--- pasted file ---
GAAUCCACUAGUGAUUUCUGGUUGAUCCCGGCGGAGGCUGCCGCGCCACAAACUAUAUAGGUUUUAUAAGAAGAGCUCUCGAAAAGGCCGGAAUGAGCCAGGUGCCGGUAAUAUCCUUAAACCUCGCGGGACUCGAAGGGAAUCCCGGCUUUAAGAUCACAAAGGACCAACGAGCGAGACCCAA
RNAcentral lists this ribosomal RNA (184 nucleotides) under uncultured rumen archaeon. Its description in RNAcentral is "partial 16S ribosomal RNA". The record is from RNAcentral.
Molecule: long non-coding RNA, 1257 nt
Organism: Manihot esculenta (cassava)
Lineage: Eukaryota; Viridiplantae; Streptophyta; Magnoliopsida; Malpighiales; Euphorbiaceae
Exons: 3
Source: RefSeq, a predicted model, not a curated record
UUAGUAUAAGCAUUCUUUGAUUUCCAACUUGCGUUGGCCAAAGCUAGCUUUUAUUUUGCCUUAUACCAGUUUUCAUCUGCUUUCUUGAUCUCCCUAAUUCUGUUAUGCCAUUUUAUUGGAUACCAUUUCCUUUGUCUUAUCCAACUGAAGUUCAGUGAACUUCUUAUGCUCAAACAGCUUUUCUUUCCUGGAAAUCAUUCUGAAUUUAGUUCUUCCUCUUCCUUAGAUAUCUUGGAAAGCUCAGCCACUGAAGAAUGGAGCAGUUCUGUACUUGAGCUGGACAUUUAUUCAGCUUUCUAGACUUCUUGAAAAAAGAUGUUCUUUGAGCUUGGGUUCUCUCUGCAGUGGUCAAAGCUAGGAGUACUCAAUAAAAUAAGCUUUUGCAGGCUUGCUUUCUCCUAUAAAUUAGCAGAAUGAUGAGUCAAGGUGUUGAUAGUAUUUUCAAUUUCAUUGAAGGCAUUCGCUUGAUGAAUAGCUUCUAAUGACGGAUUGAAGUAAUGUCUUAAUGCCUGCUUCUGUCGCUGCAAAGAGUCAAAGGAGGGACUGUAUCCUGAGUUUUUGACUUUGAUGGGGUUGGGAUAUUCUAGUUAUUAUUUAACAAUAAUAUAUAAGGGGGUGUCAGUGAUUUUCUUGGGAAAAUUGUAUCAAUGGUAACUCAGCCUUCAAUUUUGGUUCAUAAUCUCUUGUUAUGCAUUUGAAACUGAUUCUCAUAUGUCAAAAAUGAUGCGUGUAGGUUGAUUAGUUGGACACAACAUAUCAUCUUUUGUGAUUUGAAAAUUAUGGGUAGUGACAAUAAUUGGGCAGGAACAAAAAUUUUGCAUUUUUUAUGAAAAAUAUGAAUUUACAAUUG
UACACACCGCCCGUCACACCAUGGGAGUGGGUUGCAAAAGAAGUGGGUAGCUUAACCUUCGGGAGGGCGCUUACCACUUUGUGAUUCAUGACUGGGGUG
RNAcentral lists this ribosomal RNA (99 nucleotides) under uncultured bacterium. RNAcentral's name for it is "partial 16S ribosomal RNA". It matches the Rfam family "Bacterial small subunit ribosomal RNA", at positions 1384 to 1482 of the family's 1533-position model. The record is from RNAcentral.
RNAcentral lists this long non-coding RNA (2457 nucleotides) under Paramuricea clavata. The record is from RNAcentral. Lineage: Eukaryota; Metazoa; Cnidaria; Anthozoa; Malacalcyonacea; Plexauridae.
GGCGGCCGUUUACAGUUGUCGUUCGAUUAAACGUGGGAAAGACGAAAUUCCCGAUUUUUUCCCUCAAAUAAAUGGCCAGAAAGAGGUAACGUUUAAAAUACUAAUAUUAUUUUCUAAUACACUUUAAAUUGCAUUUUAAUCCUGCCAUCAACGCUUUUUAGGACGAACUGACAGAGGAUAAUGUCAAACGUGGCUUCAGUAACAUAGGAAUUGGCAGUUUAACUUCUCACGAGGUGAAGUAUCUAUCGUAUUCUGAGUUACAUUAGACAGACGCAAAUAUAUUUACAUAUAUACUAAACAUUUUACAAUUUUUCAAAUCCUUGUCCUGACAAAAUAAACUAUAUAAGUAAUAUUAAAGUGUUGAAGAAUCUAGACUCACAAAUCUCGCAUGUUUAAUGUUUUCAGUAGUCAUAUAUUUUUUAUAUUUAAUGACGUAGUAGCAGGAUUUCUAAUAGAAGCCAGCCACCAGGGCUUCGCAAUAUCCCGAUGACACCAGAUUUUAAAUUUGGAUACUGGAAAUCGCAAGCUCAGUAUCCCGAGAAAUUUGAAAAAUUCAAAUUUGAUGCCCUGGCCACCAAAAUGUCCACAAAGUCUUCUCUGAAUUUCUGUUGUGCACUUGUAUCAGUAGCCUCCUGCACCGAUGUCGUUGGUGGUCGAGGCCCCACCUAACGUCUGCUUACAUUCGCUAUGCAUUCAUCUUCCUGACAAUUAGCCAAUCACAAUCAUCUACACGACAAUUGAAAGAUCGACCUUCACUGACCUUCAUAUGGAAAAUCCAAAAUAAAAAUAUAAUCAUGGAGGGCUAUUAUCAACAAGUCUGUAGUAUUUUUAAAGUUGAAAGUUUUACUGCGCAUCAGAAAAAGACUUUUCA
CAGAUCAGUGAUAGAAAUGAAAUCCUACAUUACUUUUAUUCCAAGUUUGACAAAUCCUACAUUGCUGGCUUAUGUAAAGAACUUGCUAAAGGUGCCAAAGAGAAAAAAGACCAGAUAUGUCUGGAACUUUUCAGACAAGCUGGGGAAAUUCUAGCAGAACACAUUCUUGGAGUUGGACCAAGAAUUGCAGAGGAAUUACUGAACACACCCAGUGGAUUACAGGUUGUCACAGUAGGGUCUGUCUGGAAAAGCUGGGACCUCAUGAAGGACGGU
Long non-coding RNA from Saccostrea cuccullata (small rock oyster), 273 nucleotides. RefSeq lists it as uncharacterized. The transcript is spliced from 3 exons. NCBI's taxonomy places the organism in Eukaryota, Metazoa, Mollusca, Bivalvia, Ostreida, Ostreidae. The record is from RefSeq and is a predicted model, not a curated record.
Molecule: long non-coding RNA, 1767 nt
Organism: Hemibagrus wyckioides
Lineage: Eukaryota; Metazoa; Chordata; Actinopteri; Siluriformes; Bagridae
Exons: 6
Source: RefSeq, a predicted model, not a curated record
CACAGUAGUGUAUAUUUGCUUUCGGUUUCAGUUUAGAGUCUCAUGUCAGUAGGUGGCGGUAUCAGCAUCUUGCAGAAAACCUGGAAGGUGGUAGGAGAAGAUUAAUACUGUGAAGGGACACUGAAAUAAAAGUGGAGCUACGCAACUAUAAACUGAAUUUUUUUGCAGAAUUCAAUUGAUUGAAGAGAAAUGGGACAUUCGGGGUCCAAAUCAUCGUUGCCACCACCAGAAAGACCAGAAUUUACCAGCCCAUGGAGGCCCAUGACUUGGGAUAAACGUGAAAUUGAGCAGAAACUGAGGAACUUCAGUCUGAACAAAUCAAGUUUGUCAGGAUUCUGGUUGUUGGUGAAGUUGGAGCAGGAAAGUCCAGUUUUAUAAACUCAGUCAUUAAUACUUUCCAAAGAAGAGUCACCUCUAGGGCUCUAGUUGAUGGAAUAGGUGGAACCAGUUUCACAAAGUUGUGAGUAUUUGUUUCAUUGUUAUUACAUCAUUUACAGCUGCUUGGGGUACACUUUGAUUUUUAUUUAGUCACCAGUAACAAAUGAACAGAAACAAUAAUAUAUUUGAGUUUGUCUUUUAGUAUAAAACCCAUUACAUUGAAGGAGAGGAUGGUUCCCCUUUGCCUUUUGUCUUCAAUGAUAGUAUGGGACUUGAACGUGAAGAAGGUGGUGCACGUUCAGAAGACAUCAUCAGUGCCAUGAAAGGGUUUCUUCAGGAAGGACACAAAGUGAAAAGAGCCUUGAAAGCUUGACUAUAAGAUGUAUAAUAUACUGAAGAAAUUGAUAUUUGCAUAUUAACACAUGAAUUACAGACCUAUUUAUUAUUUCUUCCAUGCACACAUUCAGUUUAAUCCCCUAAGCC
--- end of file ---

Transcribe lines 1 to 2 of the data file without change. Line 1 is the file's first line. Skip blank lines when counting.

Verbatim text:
GAAUCCACUAGUGAUUUCUGGUUGAUCCCGGCGGAGGCUGCCGCGCCACAAACUAUAUAGGUUUUAUAAGAAGAGCUCUCGAAAAGGCCGGAAUGAGCCAGGUGCCGGUAAUAUCCUUAAACCUCGCGGGACUCGAAGGGAAUCCCGGCUUUAAGAUCACAAAGGACCAACGAGCGAGACCCAA
RNAcentral lists this ribosomal RNA (184 nucleotides) under uncultured rumen archaeon. Its description in RNAcentral is "partial 16S ribosomal RNA". The record is from RNAcentral.